We will then access the body of the message through the event (OnMessage) and also write it to the console window.

Demo Messaging Code-02

The message can either be removed from the queue or abandoned. Service Bus handles serialization with the help of SDK’s.

Let us consider that when we send a message it will be processed in a loop format. So, we will take the .NET type specified as “TestMessage” and also moves it to “BrokeredMessage” to handle the serialization of the .NET type when passed to the queue.

Demo Messaging Code 03

The content of the message will be extracted. Then the format of the message which delivered, received should be verified.

Now if we run our demo on two separate console applications, one to send and another to receive, the respective messages would be sent and received from the queue.

Messaging output 01Messaging output 02

Event Hubs

Event hubs will manage massive scale event stream processing and are similar to Service Bus messaging. It is similar in the way that it supports sending the message over AMQP (Advanced Message Queuing Protocol).

The key difference between Event Hubs and also Service Bus messaging is that there is no concept of deleting a peek lock message like in Service Bus. Instead, Microsoft has used a reader across a stream which provides a high level of scaling.

Azure Event Hub Advantages

Let us consider an IoT scenario where Event Hub comes in use.

azure event hub scenario


The above picture comprises many subsystems, each with an individual offering. Event Hub can stream a high volume of data from different applications and store them.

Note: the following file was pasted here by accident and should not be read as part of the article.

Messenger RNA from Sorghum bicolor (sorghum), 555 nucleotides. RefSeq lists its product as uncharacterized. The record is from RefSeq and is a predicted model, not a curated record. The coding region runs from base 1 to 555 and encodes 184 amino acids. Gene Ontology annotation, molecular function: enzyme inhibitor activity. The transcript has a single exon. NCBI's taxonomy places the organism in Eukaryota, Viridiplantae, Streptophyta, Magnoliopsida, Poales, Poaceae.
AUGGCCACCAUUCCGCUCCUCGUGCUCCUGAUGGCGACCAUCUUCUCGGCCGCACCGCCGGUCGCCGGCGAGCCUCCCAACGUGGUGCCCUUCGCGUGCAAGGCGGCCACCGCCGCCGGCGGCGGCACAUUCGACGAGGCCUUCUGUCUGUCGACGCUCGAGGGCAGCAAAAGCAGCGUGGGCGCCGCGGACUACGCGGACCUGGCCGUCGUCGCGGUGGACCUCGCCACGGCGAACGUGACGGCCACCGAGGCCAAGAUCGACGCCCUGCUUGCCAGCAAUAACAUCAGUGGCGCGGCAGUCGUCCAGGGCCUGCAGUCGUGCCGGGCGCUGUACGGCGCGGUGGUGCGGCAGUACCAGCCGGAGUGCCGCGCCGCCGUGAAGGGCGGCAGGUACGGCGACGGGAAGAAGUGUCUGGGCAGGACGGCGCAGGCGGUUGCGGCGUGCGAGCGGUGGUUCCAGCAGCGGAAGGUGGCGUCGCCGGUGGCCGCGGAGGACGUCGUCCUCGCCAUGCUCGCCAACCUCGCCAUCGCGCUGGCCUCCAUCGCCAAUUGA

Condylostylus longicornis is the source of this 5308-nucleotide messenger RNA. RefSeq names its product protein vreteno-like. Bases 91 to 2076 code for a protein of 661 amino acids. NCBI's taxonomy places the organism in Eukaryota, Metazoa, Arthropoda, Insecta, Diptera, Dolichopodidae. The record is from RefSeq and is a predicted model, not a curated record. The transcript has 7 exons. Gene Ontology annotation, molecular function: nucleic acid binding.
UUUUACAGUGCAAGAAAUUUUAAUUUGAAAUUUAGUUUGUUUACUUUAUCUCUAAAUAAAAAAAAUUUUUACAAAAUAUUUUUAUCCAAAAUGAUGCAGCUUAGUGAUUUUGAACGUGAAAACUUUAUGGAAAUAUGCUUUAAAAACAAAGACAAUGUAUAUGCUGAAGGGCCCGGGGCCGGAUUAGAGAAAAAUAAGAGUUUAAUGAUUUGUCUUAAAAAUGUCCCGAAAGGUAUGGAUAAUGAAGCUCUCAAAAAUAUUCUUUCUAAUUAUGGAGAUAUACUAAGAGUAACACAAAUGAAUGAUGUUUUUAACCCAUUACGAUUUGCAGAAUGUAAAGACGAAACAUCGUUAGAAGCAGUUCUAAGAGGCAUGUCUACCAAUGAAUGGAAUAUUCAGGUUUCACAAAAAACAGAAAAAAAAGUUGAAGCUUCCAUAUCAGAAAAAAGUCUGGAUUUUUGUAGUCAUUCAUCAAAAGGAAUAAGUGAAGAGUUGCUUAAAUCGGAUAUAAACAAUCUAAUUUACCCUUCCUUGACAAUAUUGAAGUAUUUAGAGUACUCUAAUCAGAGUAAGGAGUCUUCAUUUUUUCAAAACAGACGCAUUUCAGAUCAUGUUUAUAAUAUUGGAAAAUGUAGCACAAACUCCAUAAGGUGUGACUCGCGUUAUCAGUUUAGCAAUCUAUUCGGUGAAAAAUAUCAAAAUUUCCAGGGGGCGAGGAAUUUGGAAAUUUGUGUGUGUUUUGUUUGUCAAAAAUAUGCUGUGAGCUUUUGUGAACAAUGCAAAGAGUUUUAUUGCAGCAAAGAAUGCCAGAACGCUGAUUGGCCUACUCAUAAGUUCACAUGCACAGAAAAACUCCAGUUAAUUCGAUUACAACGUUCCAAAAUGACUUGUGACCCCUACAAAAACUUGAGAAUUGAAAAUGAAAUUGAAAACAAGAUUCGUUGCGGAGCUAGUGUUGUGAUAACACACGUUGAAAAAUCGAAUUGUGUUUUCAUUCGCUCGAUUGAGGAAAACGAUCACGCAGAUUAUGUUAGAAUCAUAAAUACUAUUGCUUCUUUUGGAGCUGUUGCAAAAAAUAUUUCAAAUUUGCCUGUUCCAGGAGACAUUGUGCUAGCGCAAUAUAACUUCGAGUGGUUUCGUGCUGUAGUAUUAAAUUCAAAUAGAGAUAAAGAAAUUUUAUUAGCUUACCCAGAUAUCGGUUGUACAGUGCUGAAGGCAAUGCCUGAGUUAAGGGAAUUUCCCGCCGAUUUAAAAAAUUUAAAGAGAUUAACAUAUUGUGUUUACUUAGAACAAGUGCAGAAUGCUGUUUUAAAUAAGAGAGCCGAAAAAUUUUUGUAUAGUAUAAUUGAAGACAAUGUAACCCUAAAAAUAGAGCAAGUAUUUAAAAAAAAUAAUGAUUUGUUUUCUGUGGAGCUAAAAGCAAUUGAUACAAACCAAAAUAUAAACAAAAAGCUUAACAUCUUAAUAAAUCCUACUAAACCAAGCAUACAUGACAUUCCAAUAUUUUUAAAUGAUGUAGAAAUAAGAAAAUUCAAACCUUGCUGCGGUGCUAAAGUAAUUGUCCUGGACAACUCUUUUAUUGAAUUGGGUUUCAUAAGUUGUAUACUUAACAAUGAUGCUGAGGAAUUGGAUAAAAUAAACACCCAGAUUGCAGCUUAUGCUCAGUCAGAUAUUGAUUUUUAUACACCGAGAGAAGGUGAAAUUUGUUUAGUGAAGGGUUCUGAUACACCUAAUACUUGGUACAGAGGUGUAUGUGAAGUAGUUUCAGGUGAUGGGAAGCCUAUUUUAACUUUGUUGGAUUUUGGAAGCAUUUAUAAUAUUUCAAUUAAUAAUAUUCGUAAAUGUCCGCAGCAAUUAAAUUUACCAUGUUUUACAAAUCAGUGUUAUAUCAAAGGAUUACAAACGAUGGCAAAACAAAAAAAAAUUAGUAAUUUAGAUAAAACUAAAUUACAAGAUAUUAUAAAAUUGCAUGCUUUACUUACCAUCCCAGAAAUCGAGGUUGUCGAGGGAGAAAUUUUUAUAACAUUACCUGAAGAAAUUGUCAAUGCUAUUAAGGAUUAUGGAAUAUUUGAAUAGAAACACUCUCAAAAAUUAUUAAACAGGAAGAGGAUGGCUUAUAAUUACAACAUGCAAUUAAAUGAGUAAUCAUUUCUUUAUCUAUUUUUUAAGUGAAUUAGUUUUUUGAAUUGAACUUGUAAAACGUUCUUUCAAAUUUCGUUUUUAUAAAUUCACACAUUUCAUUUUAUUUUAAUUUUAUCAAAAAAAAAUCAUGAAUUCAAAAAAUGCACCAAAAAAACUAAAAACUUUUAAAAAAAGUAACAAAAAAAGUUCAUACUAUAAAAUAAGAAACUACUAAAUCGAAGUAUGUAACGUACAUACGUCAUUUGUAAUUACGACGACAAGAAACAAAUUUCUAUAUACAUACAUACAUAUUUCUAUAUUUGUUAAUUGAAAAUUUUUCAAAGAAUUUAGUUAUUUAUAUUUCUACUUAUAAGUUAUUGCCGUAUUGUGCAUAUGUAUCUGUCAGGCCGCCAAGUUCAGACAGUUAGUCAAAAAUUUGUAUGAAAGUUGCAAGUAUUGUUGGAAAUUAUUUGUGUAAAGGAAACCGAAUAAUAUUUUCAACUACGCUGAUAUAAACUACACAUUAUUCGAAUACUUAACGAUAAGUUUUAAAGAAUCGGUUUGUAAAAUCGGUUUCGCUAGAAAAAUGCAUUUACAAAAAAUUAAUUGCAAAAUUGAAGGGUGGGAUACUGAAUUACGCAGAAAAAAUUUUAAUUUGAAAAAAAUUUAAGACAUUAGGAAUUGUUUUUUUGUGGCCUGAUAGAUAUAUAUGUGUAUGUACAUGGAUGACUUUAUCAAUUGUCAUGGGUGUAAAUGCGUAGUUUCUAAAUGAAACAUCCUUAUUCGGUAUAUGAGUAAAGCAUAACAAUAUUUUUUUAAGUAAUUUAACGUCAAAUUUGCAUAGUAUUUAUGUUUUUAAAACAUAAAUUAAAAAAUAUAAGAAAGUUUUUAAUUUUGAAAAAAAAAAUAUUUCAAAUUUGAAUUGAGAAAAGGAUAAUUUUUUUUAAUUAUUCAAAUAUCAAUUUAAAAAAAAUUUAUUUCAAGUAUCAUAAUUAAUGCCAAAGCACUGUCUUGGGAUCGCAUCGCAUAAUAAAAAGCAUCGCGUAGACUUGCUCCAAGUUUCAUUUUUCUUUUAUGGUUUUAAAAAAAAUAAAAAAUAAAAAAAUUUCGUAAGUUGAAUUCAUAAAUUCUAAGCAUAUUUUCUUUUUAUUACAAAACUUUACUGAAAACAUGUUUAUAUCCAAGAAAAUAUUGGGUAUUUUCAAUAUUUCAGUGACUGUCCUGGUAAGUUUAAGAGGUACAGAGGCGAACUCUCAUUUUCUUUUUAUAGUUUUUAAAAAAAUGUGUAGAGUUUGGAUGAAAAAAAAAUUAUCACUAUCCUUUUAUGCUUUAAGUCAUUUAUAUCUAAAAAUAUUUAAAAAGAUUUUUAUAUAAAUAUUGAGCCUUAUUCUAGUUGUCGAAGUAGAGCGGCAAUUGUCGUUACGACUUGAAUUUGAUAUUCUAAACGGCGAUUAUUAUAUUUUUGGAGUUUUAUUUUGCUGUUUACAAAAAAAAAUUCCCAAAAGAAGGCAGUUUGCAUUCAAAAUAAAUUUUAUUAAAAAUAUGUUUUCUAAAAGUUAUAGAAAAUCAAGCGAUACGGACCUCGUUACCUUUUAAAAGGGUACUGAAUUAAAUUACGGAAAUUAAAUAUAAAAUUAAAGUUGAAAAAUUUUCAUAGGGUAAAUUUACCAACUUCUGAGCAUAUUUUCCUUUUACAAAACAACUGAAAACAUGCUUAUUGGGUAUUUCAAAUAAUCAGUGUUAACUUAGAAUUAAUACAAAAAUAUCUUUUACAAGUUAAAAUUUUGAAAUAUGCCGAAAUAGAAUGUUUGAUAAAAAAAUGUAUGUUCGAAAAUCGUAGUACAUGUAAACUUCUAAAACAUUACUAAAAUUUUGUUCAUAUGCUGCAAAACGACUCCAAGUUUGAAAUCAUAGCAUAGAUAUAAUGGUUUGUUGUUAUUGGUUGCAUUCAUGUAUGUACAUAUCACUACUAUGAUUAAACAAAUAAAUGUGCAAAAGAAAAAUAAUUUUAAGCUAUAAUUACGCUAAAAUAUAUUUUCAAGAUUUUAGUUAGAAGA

Most importantly, users can process streamed data and apply it for their individual purpose.

Here are two example scenarios:

  • Microsoft uses Event Hub under the hood as a part of application insights and also API management.
  • A company called “Autolib” uses Event Hub as a part of Microsoft IoT stack to exchange information between devices and also vehicles as a part of a car-sharing scheme in Paris.

In Event Hub, multiple senders store their telemetry data in the message stream. A receiver cannot remove the message from the stream. Rather, they only get deleted when their retention period gets over. A consumer group can access message from any stream.

Event Hub example

Application Telemetry

Application Telemetry

The above picture represents a typical message flow of a system. The idea is to feed telemetry data to Power BI through Event Hub. A message from the user would pass through various systems and would reach Event Hub.

Here, Stream Analytics and a machine learning process collects the data from Event Hub and send it to Power BI for any business analytics service.

Demo-Event Hubs

This demo illustrates the purpose of Event Hub and is similar to Azure Service Bus messaging.

On the sender side, in the console application, we have a connection string followed by an Event Hub name (key name). In the code portion, we have

  • EventHubClient -> To create an instance of a client through the connection string
  • Client.Send -> To send an object

Demo Code